The Work of Hiroshi Manabe

Illustration // Wednesday, January 15, 2014
Hiroshi Manabe (1932-2000) was a Japanese illustrator who created these surreal images from the 2001 retrospective book 'Stroll Into Imagination'. Manabe is one of the most famous illustrators of the postwar period. He was extremely prolific as a book cover designer, illustrating the covers for many sci-fi novels for writers such as Shin’ichi Hoshi and Yasutaka Tsutsui, and was outspoken on various issues, authoring numerous of his own nonfiction pieces.

Hair Drawings and Installations by HONG CHUN ZHANG

Juxtapoz // Wednesday, January 15, 2014
China-born, Kansas-based artist Hong Chun Zhang has a fascination with hair, whether large format charcoal drawings of hair that extend to the floors of a gallery, or her Hairy Object series that puts hair in absurd situations, the work is both well-rendered and fascinating. Some people feel repulsed by a clump of hair, and Zhang embraces it.

The Work of AMTK

Juxtapoz // Wednesday, January 15, 2014
'As two artists working together, we attempt to keep a practice which allows a shifting and challenging exchange for each of us. Processes of negotiation, cooperation and sabotage lead to paintings which are nudged in certain directions but ultimately take a form of their own. These are things that neither of us would make alone, which seem to arrive through accidental intersections of our intentions..'

Andy Gilmore's Retinal Orchestra

Illustration // Tuesday, January 14, 2014
Rochester-based artist and wizard Andy Gilmore turns math into art, creating hypnotizing geometric patterns that are heavily influenced by patterns that abound in nature and music. These kaleidoscopic creations translate the mathematical abstractions that govern the organic, the aural and the visual, and it's no wonder he has received a lot of well-due attention for these brilliant works of art and equation.

Alberto del Pozo's Saints of Santeria

Illustration // Tuesday, January 14, 2014
Alberto del Pozo's "Oricha Collection" depicts the principal gods and goddesses that comprise the Afro-Cuban religion of Santeria in lavish, stunning detail. The Orishas can be traced back to the 19th Century slave trade, when thousands of Nigerian citizens were taken from their Yoruba homes to be sold as slaves in the new world. In Cuba, the slaves were introduced to Catholicism, resulting in a new blend of Yoruba and Christian beliefs. The Yoruba gods were then identified with Catholic saints, and allowed many generations of slaves to practice their religion under the guise of Christian liturgy. This new religion came to be known as "Santeria," or "way of the saints."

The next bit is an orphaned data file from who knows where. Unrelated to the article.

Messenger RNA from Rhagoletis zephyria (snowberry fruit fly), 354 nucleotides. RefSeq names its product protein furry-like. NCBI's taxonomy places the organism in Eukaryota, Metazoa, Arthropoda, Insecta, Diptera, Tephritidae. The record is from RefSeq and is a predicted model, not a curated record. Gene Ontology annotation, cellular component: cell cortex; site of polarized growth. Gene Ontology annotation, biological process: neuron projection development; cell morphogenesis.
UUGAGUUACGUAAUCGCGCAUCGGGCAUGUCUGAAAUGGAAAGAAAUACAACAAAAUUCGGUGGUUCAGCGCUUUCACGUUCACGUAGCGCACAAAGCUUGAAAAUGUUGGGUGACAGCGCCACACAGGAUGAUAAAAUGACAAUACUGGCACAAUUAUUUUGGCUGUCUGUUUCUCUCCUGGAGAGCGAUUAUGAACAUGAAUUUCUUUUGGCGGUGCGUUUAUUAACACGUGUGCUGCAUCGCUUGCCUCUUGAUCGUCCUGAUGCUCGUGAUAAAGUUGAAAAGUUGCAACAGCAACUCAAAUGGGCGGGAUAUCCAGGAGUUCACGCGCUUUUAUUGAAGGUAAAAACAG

Eyedrop Art by You Si

Illustration // Tuesday, January 14, 2014
You Si, a Beijing artist, explores new possibilities of ink painting by using eyedroppers to deploy colors and ink onto a flat surface, a kind of Eastern Jackson Pollock. Chinese Art has a long history of ink painting, yet You Si is reinventing this centuries-old tradition by shifting his tools and technique. His works are bursting with dynamic forms, suggestive of flowers petals, cells, amoebas, jungles or supernovas. Titles include "The Passage Between Space and Time," "Evolving Garden" and "Wave in Outer Space," evoking a kind of psychedelic otherworld. He describes his paintings simply as "mental universes."

"The Beatles in Comic Strips": A Collection of Comic Book Apperances

Juxtapoz // Tuesday, January 14, 2014
The Beatles are ubiquitous. John Lennon may no longer be with us, but his voice still echoes on radios, CDs, record players, and computers across the globe. It's no wonder that the fab four have made a whole book worth of comic strip appearances, all of which are riddled with beautiful illustrations and imaginative adaptations of the pop music masters.

The Third Eye of Emma Kunz

Illustration // Tuesday, January 14, 2014
Emma Kunz was a healer and visual artist who has only broken into the art world posthumously. Her images are reminiscent of Buddhist maps of the universe--mandalas--and many have noted that to see them correctly you must appraise them with "your third eye." Originally they were created to be placed on the floor next to the clients the artist was seeing; they functioned as therapeutic tools rather than pieces of art. Kunz was said to have been telepathic and even divine, and discovered a "healing stone" that is used today in herbal medicine. 

Benjamin A. Vierling's Mythical Portraiture

Illustration // Monday, January 13, 2014
San Francisco born artist Benjamin A. Vierling's works are created using egg tempra and oil pigments mixed together, a method employed by masters of the 14th and 15th centuries. Benjamin specializes in mythical portraiture and his works are collected around the world.

Aimei Ozaki's Painted Succulents

Illustration // Monday, January 13, 2014
This series by Aimei Ozaki entitled Baudelaire is likely named after French Poet Charles Baudelaire who's most famous work Les Fleurs Du Mal translates to 'The Flowers of Evil'. Her pieces capture the subtle beauty in the color spectrum which succulents produce.

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